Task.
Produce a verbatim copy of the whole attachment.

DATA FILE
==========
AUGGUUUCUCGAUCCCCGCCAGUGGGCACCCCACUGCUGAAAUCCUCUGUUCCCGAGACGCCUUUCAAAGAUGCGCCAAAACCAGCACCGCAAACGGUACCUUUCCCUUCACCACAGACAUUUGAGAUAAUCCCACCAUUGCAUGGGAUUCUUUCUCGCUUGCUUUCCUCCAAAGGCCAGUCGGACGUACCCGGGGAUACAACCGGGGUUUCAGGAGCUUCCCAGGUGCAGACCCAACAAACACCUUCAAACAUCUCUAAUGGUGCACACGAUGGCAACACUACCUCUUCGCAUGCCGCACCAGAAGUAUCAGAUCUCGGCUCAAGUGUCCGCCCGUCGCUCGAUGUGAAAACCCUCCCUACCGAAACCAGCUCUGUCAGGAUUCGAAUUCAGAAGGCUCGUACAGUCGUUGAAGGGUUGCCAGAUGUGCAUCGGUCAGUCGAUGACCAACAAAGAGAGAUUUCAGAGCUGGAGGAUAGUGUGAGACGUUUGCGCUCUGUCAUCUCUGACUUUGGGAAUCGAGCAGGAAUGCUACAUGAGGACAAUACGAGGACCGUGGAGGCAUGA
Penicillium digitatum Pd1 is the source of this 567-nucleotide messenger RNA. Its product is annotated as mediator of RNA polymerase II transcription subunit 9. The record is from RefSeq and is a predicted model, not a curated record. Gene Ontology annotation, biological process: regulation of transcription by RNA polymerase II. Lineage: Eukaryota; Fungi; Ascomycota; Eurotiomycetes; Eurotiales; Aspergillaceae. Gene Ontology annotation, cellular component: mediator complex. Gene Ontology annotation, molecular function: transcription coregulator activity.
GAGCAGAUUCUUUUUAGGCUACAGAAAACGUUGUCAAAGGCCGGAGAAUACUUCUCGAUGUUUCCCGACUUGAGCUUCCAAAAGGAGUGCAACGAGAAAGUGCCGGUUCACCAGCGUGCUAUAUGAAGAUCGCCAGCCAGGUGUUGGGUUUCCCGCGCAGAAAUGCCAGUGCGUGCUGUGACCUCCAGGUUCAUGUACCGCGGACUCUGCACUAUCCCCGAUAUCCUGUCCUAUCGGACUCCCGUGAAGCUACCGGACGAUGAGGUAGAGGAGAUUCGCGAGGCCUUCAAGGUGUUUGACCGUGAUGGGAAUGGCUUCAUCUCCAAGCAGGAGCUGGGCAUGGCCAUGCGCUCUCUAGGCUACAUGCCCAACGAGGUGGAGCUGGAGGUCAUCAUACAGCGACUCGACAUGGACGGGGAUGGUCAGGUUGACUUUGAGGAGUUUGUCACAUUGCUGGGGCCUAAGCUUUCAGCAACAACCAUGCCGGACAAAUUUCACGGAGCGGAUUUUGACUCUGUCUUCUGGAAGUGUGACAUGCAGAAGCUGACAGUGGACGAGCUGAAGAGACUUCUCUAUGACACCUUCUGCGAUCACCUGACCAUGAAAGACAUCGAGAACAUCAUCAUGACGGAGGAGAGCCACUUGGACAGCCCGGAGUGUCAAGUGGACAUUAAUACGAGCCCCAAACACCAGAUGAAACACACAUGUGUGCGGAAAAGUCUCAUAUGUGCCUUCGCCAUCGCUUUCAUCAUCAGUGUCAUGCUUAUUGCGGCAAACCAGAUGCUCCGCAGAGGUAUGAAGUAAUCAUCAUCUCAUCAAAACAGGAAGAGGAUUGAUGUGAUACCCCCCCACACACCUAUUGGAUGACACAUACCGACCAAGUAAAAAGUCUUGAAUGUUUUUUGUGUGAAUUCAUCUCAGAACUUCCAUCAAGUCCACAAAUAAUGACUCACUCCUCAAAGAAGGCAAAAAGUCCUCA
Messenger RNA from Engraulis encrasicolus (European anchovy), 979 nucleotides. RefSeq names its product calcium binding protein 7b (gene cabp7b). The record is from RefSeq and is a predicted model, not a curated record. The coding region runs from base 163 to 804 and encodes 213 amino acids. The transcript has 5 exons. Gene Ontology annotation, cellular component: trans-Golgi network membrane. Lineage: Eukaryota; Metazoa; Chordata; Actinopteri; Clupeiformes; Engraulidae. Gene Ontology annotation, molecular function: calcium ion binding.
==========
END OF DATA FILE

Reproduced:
AUGGUUUCUCGAUCCCCGCCAGUGGGCACCCCACUGCUGAAAUCCUCUGUUCCCGAGACGCCUUUCAAAGAUGCGCCAAAACCAGCACCGCAAACGGUACCUUUCCCUUCACCACAGACAUUUGAGAUAAUCCCACCAUUGCAUGGGAUUCUUUCUCGCUUGCUUUCCUCCAAAGGCCAGUCGGACGUACCCGGGGAUACAACCGGGGUUUCAGGAGCUUCCCAGGUGCAGACCCAACAAACACCUUCAAACAUCUCUAAUGGUGCACACGAUGGCAACACUACCUCUUCGCAUGCCGCACCAGAAGUAUCAGAUCUCGGCUCAAGUGUCCGCCCGUCGCUCGAUGUGAAAACCCUCCCUACCGAAACCAGCUCUGUCAGGAUUCGAAUUCAGAAGGCUCGUACAGUCGUUGAAGGGUUGCCAGAUGUGCAUCGGUCAGUCGAUGACCAACAAAGAGAGAUUUCAGAGCUGGAGGAUAGUGUGAGACGUUUGCGCUCUGUCAUCUCUGACUUUGGGAAUCGAGCAGGAAUGCUACAUGAGGACAAUACGAGGACCGUGGAGGCAUGA
Penicillium digitatum Pd1 is the source of this 567-nucleotide messenger RNA. Its product is annotated as mediator of RNA polymerase II transcription subunit 9. The record is from RefSeq and is a predicted model, not a curated record. Gene Ontology annotation, biological process: regulation of transcription by RNA polymerase II. Lineage: Eukaryota; Fungi; Ascomycota; Eurotiomycetes; Eurotiales; Aspergillaceae. Gene Ontology annotation, cellular component: mediator complex. Gene Ontology annotation, molecular function: transcription coregulator activity.
GAGCAGAUUCUUUUUAGGCUACAGAAAACGUUGUCAAAGGCCGGAGAAUACUUCUCGAUGUUUCCCGACUUGAGCUUCCAAAAGGAGUGCAACGAGAAAGUGCCGGUUCACCAGCGUGCUAUAUGAAGAUCGCCAGCCAGGUGUUGGGUUUCCCGCGCAGAAAUGCCAGUGCGUGCUGUGACCUCCAGGUUCAUGUACCGCGGACUCUGCACUAUCCCCGAUAUCCUGUCCUAUCGGACUCCCGUGAAGCUACCGGACGAUGAGGUAGAGGAGAUUCGCGAGGCCUUCAAGGUGUUUGACCGUGAUGGGAAUGGCUUCAUCUCCAAGCAGGAGCUGGGCAUGGCCAUGCGCUCUCUAGGCUACAUGCCCAACGAGGUGGAGCUGGAGGUCAUCAUACAGCGACUCGACAUGGACGGGGAUGGUCAGGUUGACUUUGAGGAGUUUGUCACAUUGCUGGGGCCUAAGCUUUCAGCAACAACCAUGCCGGACAAAUUUCACGGAGCGGAUUUUGACUCUGUCUUCUGGAAGUGUGACAUGCAGAAGCUGACAGUGGACGAGCUGAAGAGACUUCUCUAUGACACCUUCUGCGAUCACCUGACCAUGAAAGACAUCGAGAACAUCAUCAUGACGGAGGAGAGCCACUUGGACAGCCCGGAGUGUCAAGUGGACAUUAAUACGAGCCCCAAACACCAGAUGAAACACACAUGUGUGCGGAAAAGUCUCAUAUGUGCCUUCGCCAUCGCUUUCAUCAUCAGUGUCAUGCUUAUUGCGGCAAACCAGAUGCUCCGCAGAGGUAUGAAGUAAUCAUCAUCUCAUCAAAACAGGAAGAGGAUUGAUGUGAUACCCCCCCACACACCUAUUGGAUGACACAUACCGACCAAGUAAAAAGUCUUGAAUGUUUUUUGUGUGAAUUCAUCUCAGAACUUCCAUCAAGUCCACAAAUAAUGACUCACUCCUCAAAGAAGGCAAAAAGUCCUCA
Messenger RNA from Engraulis encrasicolus (European anchovy), 979 nucleotides. RefSeq names its product calcium binding protein 7b (gene cabp7b). The record is from RefSeq and is a predicted model, not a curated record. The coding region runs from base 163 to 804 and encodes 213 amino acids. The transcript has 5 exons. Gene Ontology annotation, cellular component: trans-Golgi network membrane. Lineage: Eukaryota; Metazoa; Chordata; Actinopteri; Clupeiformes; Engraulidae. Gene Ontology annotation, molecular function: calcium ion binding.